The formal corporatism of the NRA is long gone, but the Great Society retains much of its essence. The locus of social power has been emphatically assumed by the state apparatus. Furthermore, that apparatus is permanently governed by a coalition of big-business and big-labor groupings, groups that use the state to operate and manage the national economy. The usual tripartite rapprochement of big business, big unions, and big government symbolizes the organization of society by blocs, syndics, and corporations, regulated and privileged by the federal, state, and local governments. What this all amounts to in essence is the "corporate state," which, during the 1920s, served as a beacon light for big businessmen, big unions, and many liberal intellectuals as the economic system proper to a twentieth-century industrial society.

The cruelest myth fostered by the liberals is that the Great Society functions as a great boon and benefit to the poor; in reality, when we cut through the frothy appearances to the cold reality underneath, the poor are the major victims of the welfare state. The poor are the ones to be conscripted to fight and die at literally slave wages in the Great Society's imperial wars. The poor are the ones to lose their homes to the bulldozer of urban renewal, that bulldozer that operates for the benefit of real-estate and construction interests to pulverize available low-cost housing.10

In sum, the most important fact about the Great Society under which we live is the enormous disparity between rhetoric and content. In rhetoric, America is the land of the free and the generous, enjoying the fused blessings of a free market tempered by and joined to accelerating social welfare, bountifully distributing its unstinting largesse to the less fortunate in the world. In actual practice, the free economy is virtually gone, replaced by an imperial corporate-state Leviathan that organizes, commands, exploits the rest of society and, indeed, the rest of the world, for its own power and pelf. We have experienced, as Garet Garrett keenly pointed out over a decade ago, a "revolution within the form."16 The old limited republic has been replaced by empire, within and without our borders.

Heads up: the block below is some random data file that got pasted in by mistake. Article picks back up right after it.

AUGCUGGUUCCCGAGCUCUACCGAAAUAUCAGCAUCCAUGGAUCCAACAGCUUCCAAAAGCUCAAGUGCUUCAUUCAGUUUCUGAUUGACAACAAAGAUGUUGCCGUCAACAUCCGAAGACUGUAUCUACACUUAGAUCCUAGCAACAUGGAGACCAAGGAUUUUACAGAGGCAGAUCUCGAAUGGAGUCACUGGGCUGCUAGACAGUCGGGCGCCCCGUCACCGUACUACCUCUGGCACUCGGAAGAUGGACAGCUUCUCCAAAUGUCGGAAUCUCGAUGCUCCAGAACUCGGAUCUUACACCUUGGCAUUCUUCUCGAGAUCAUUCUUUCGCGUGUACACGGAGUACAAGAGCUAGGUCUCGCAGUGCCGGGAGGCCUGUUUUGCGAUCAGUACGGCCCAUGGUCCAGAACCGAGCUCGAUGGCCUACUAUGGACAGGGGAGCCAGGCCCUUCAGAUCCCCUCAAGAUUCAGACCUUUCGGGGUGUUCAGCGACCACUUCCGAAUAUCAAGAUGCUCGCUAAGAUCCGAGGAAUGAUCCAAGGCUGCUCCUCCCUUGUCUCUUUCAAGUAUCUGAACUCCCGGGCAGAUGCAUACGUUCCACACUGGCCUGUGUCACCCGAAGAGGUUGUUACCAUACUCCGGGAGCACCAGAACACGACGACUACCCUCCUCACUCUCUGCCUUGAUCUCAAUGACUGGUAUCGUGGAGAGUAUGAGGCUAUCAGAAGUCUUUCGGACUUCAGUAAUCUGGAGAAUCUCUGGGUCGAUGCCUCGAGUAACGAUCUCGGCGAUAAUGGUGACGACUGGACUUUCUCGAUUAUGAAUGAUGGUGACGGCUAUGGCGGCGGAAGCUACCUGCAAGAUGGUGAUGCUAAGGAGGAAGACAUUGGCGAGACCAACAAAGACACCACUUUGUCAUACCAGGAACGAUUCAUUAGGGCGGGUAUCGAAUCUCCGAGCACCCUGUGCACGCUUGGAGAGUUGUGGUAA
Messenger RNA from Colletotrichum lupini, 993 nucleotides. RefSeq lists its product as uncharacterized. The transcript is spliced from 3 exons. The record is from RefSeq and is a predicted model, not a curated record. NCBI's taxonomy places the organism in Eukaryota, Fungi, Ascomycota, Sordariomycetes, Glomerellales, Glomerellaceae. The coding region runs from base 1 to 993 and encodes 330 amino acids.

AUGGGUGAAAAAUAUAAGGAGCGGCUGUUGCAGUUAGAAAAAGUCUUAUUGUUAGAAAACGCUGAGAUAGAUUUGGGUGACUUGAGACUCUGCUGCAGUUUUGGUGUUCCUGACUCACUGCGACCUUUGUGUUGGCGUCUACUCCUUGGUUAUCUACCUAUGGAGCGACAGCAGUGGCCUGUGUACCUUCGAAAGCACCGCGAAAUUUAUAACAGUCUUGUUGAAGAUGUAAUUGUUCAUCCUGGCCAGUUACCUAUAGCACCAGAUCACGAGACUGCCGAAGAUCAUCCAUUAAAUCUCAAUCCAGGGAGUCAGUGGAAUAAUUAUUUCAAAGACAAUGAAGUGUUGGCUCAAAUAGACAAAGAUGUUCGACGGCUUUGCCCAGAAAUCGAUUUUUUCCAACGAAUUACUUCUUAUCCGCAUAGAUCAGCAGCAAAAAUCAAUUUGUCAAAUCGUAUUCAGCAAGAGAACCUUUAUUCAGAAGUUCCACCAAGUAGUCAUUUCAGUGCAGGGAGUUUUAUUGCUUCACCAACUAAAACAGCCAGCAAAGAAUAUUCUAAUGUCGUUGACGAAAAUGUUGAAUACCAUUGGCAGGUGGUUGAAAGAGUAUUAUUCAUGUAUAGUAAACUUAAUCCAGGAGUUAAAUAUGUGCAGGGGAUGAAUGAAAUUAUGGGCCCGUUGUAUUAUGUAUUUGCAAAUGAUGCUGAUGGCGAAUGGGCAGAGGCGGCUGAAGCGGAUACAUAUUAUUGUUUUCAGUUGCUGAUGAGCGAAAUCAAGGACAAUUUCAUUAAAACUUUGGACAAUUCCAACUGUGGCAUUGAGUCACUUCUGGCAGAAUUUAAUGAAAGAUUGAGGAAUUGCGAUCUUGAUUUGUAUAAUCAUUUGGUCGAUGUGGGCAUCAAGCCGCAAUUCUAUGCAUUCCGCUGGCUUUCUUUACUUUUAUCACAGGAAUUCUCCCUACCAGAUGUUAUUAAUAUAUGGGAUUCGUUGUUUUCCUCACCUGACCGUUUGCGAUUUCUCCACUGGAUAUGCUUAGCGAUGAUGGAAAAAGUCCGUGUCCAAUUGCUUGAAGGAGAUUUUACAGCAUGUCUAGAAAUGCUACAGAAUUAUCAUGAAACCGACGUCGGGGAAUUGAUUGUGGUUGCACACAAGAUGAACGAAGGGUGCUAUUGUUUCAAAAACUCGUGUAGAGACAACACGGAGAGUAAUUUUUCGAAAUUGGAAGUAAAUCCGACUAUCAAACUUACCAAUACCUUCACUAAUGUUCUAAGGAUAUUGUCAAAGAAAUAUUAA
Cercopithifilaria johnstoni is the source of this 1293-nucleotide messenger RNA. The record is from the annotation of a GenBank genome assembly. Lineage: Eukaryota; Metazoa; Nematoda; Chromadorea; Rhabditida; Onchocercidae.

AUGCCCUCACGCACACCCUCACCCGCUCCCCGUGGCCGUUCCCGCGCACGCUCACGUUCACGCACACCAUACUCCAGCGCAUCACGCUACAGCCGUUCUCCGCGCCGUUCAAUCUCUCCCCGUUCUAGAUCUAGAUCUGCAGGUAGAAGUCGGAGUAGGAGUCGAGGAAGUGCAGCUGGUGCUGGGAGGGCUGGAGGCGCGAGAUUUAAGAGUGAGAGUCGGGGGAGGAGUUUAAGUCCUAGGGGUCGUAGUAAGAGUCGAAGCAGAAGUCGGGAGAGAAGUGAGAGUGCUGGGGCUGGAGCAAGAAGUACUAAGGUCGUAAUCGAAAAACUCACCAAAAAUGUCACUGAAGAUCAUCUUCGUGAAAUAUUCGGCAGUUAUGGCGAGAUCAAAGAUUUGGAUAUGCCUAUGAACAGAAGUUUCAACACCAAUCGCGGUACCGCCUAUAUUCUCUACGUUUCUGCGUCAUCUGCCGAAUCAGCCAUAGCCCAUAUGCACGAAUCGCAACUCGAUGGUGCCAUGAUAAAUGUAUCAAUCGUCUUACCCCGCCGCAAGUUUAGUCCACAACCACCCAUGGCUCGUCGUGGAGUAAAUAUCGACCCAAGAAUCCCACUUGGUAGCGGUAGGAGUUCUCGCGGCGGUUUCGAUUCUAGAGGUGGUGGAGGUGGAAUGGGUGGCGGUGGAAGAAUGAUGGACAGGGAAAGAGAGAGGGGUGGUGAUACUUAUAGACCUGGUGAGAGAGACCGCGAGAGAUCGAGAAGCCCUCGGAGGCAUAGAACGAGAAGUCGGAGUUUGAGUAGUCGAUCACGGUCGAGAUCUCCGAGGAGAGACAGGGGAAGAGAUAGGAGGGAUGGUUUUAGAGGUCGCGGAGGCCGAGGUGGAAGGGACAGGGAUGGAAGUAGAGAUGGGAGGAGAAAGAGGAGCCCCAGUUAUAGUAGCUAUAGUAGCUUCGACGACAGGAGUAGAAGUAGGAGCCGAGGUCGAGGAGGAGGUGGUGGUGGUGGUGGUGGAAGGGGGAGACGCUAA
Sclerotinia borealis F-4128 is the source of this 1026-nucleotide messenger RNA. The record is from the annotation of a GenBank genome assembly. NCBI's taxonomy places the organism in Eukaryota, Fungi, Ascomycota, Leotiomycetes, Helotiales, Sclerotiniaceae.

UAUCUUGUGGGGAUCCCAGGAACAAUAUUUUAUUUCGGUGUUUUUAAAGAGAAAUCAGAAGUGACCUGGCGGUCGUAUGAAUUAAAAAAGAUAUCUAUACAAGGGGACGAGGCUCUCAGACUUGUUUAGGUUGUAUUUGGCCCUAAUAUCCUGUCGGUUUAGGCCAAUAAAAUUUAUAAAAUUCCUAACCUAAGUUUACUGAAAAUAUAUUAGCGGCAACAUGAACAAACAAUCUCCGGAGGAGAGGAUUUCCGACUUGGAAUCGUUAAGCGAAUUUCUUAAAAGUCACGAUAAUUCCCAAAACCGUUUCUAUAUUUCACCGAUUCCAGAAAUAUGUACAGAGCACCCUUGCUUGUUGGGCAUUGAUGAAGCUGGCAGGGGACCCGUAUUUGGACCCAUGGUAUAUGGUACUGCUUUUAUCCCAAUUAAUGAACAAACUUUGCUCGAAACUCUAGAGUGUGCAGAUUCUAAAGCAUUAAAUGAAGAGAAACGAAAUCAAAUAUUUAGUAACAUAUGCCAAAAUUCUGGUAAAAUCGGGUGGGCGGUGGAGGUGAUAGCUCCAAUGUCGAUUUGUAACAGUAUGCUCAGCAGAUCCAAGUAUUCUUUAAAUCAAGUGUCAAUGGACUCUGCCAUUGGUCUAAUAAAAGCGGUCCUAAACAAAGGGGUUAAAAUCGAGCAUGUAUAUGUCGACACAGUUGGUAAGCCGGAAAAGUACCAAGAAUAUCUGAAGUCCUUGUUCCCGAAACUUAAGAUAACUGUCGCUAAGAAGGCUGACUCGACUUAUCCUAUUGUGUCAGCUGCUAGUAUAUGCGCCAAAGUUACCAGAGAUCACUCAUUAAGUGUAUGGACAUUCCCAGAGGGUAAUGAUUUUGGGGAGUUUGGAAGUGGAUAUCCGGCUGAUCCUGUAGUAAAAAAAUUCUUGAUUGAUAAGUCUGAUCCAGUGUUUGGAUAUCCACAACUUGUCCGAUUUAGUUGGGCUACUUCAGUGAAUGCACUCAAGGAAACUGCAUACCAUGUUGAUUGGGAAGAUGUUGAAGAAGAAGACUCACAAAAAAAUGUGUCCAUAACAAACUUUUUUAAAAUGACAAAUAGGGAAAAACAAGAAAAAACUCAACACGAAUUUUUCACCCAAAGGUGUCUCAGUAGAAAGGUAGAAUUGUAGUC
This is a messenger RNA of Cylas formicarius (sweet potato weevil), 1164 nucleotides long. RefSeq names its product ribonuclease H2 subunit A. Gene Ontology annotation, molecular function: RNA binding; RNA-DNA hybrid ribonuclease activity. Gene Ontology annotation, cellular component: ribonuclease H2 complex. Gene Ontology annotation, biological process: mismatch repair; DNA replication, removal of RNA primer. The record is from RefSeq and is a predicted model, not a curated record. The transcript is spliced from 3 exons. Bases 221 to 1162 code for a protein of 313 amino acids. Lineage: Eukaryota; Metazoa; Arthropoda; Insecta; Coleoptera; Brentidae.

A major feature of Johnson's Great Society was the "War on Poverty." The federal government raised the minimum wage and enacted programs to train poorer Americans for new and better jobs, including the 1964 Manpower Development and Training Act and the Economic Opportunity Act, which established such programs as the Job Corps and the Neighborhood Youth Corps. To assure adequate housing, in 1966 Congress adopted the Model Cities Act to attack urban blight, set up a cabinet-level Department of Housing and Urban Development, and began a program of rent supplements.To promote education, Congress passed the Higher Education Act in 1965 to provide student loans and scholarships, the Elementary and Secondary Schools Act of 1965 to pay for textbooks, and the Educational Opportunity Act of 1968 to help the poor finance college educations. To address the nation's health needs, the Child Health Improvement and Protection Act of 1968 provided for prenatal and postnatal care, the Medicaid Act of 1968 paid for the medical expenses of the poor, and Medicare, established in 1965, extended medical insurance to older Americans under the Social Security system.Johnson also prodded Congress to pass a broad spectrum of civil rights laws, ranging from the Civil Rights Act of 1964 and the Voting Rights Act of 1965 to the 1968 Fair Housing Act barring discrimination in the sale or rental of housing. In 1965, LBJ issued an executive order requiring government contractors to ensure that job applicants and employees were not discriminated against. It required all contractors to prepare an "affirmative action plan" to achieve these goals.Johnson broke many other color barriers. In 1966, he named the first black cabinet member and appointed the first black woman to the federal bench. In 1967, he appointed Thurgood Marshall to become the first black American to serve on the Supreme Court. The first Southerner to reside in the White House in half a century, Johnson showed a stronger commitment to improving the position of black Americans than any previous president.When President Johnson announced his Great Society program in 1964, he promised substantial reductions in the number of Americans living in poverty. When he left office, he could legitimately argue that he had delivered on his promise. In 1960, 40 million Americans (20 percent of the population) were classified as poor. By 1969, their number had fallen to 24 million (12 percent of the population). Johnson also pledged to qualify the poor for new and better jobs, to extend health insurance to the poor and elderly to cover hospital and doctor costs, and to provide better housing for low-income families. Here, too, Johnson could say he had delivered. Infant mortality among the poor, which had barely declined between 1950 and 1965, fell by one-third in the decade after 1965 as a result of expanded federal medical and nutritional programs. Before 1965, 20 percent of the poor had never seen a doctor; by 1970, the figure had been cut to 8 percent. The proportion of families living in houses lacking indoor plumbing also declined steeply, from 20 percent in 1960 to 11 percent a decade later.Although critics argued that Johnson took a shotgun approach to reform and pushed poorly thought-out bills through Congress, supporters responded that at least Johnson tried to move toward a more compassionate society. During the 1960s, median black family income rose 53 percent; black employment in professional, technical, and clerical occupations doubled; and average black educational attainment increased by four years. The proportion of blacks below the poverty line fell from 55 percent in 1960 to 27 percent in 1968. The black unemployment rate fell 34 percent. The country had taken major strides toward extending equality of opportunity to black Americans. In addition, the number of whites below the poverty line dropped dramatically, and such poverty-plagued regions as Appalachia made significant economic strides. PreviousNext